Media Contact

Leonardo Castañeda,  

September 30, 2022

ESTANCIA, NM – The American Civil Liberties Union (ACLU) of New Mexico demands that U.S. Immigration and Customs Enforcement (ICE) end its contract to detain people in the troubled Torrance County Detention Facility following the release of a new watchdog report detailing “egregious conditions” that put at immediate risk the health and safety of people detained in the facility. 

The report released this morning by the Department of Homeland Security’s Office of Inspector General (OIG) identified multiple standards violations ranging from inadequate medical care and deficient security to unsanitary conditions and staff shortages that are even more severe than previously reported. The report comes after inspectors issued an extremely rare urgent alert in March calling for the immediate removal of everyone detained at the facility, which ICE ignored. Torrance, operated by private prison company CoreCivic, has previously failed an inspection by ICE’s own auditors and has a well-documented history of atrocious conditions and dangerous levels of understaffing. 

The governmental watchdog also repeated its call, first issued in March, for ICE to immediately remove everyone detained from Torrance. The facility is currently detaining approximately 70 people in immigration custody. 

Despite being paid about $2 million a month for detaining people on behalf of the federal government thanks to a 505-bed guaranteed minimum, CoreCivic has been wholly unable to meet its contractually obligated staffing levels. The facility had a 54% staff vacancy rate in January. Torrance had 59 vacant positions open for an average of 149 days as of July 1, according to records obtained on behalf of Innovation Law Lab, including one nurse position that had been vacant for 457 days. 

Those vacancies are impacting medical care, with the OIG today finding that “medical unit vacancies impacted the level of care detainees received for suicide watch, dental care, and chronic care.” Medical deficiencies included failures to safeguard narcotics and dispose of expired medication and false information in the tracking system for medications administered to detained people.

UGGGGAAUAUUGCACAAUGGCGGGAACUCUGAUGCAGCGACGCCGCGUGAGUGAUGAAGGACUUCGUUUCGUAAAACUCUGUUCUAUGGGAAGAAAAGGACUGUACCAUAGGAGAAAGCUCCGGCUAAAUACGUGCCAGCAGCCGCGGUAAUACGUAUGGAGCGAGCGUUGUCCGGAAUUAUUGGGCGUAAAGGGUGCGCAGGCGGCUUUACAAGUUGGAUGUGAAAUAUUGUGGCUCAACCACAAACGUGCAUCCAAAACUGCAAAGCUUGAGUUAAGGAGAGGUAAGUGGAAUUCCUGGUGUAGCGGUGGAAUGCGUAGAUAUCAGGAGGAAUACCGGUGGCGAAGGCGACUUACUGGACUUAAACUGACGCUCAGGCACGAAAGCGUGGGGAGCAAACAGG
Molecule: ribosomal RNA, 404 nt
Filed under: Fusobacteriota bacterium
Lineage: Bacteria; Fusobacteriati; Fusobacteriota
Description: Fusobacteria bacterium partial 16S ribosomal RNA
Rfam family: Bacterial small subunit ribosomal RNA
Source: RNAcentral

According to ICE, “[t]he current medical staffing shortfalls places [sic] in question TCDF [Torrance’s] operational capability.” CoreCivic’s own staff have acknowledged that the shortages are “problematic,” yet they have persisted since at least late 2020. 

The OIG found ICE officers often failed to respond to detained people’s written requests in a timely way and then frequently failed to keep logs of requests as required. Facility staff, when asked for their required records of requests by people in detention, “produced a blank logbook.” This is especially troubling because ICE officers are rarely at Torrance in person, making written communications the only way people in detention can get information about the status of their cases or when they’ll be released. 

Deeply concerning as well is the OIG’s reporting that CoreCivic and ICE failed to produce footage for inspectors of a use-of-force incident that took place in Torrance last year. Preserving those records is vital for ensuring safety and accountability for potential misconduct by facility personnel. 

Earlier this week, people detained in Torrance issued a collective letter denouncing unsafe conditions and mistreatment at the facility and announcing a hunger strike. 

Rebecca Sheff, Senior Staff Attorney at the ACLU of New Mexico, issued the following statement: 

“This report proves in horrifying detail that it’s past time to end this contract and release everyone detained in Torrance so they can seek the care and support they need. ICE and CoreCivic have long known and ignored unsafe and unacceptable conditions at Torrance, instead issuing platitudes in an effort to whitewash their ongoing failures. False and incomplete medical records, empty logbooks meant for tracking important communications, missing use-of-force video footage, and less than half the required staffing are signs of a fundamentally inoperable and acutely dangerous facility. Simply put, ICE and CoreCivic have forfeited any credibility and can no longer be entrusted with the lives of people detained in Torrance.”